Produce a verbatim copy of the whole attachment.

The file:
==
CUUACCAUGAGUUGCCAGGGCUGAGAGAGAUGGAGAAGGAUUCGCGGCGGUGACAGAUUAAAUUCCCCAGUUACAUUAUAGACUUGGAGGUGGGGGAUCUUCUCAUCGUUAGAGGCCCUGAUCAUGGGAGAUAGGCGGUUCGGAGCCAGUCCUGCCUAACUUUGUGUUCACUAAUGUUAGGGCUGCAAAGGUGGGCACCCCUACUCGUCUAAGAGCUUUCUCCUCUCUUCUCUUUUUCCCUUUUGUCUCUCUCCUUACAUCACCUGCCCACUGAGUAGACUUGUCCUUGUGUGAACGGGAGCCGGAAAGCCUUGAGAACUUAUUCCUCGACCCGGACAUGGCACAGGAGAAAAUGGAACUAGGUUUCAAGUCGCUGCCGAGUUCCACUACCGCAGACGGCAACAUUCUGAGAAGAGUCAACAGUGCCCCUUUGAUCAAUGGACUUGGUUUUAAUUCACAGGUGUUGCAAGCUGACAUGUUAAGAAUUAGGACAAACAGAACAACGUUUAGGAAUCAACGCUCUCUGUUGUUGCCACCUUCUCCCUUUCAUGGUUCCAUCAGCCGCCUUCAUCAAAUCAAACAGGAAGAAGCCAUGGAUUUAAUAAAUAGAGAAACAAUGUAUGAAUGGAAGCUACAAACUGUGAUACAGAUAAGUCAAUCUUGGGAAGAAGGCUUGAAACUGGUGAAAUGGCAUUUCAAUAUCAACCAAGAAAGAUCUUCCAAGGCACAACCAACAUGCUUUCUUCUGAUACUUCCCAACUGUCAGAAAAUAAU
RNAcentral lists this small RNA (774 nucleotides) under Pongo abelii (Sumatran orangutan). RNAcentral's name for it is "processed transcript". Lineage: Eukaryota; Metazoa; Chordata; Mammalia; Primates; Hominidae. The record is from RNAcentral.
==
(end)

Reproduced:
CUUACCAUGAGUUGCCAGGGCUGAGAGAGAUGGAGAAGGAUUCGCGGCGGUGACAGAUUAAAUUCCCCAGUUACAUUAUAGACUUGGAGGUGGGGGAUCUUCUCAUCGUUAGAGGCCCUGAUCAUGGGAGAUAGGCGGUUCGGAGCCAGUCCUGCCUAACUUUGUGUUCACUAAUGUUAGGGCUGCAAAGGUGGGCACCCCUACUCGUCUAAGAGCUUUCUCCUCUCUUCUCUUUUUCCCUUUUGUCUCUCUCCUUACAUCACCUGCCCACUGAGUAGACUUGUCCUUGUGUGAACGGGAGCCGGAAAGCCUUGAGAACUUAUUCCUCGACCCGGACAUGGCACAGGAGAAAAUGGAACUAGGUUUCAAGUCGCUGCCGAGUUCCACUACCGCAGACGGCAACAUUCUGAGAAGAGUCAACAGUGCCCCUUUGAUCAAUGGACUUGGUUUUAAUUCACAGGUGUUGCAAGCUGACAUGUUAAGAAUUAGGACAAACAGAACAACGUUUAGGAAUCAACGCUCUCUGUUGUUGCCACCUUCUCCCUUUCAUGGUUCCAUCAGCCGCCUUCAUCAAAUCAAACAGGAAGAAGCCAUGGAUUUAAUAAAUAGAGAAACAAUGUAUGAAUGGAAGCUACAAACUGUGAUACAGAUAAGUCAAUCUUGGGAAGAAGGCUUGAAACUGGUGAAAUGGCAUUUCAAUAUCAACCAAGAAAGAUCUUCCAAGGCACAACCAACAUGCUUUCUUCUGAUACUUCCCAACUGUCAGAAAAUAAU
RNAcentral lists this small RNA (774 nucleotides) under Pongo abelii (Sumatran orangutan). RNAcentral's name for it is "processed transcript". Lineage: Eukaryota; Metazoa; Chordata; Mammalia; Primates; Hominidae. The record is from RNAcentral.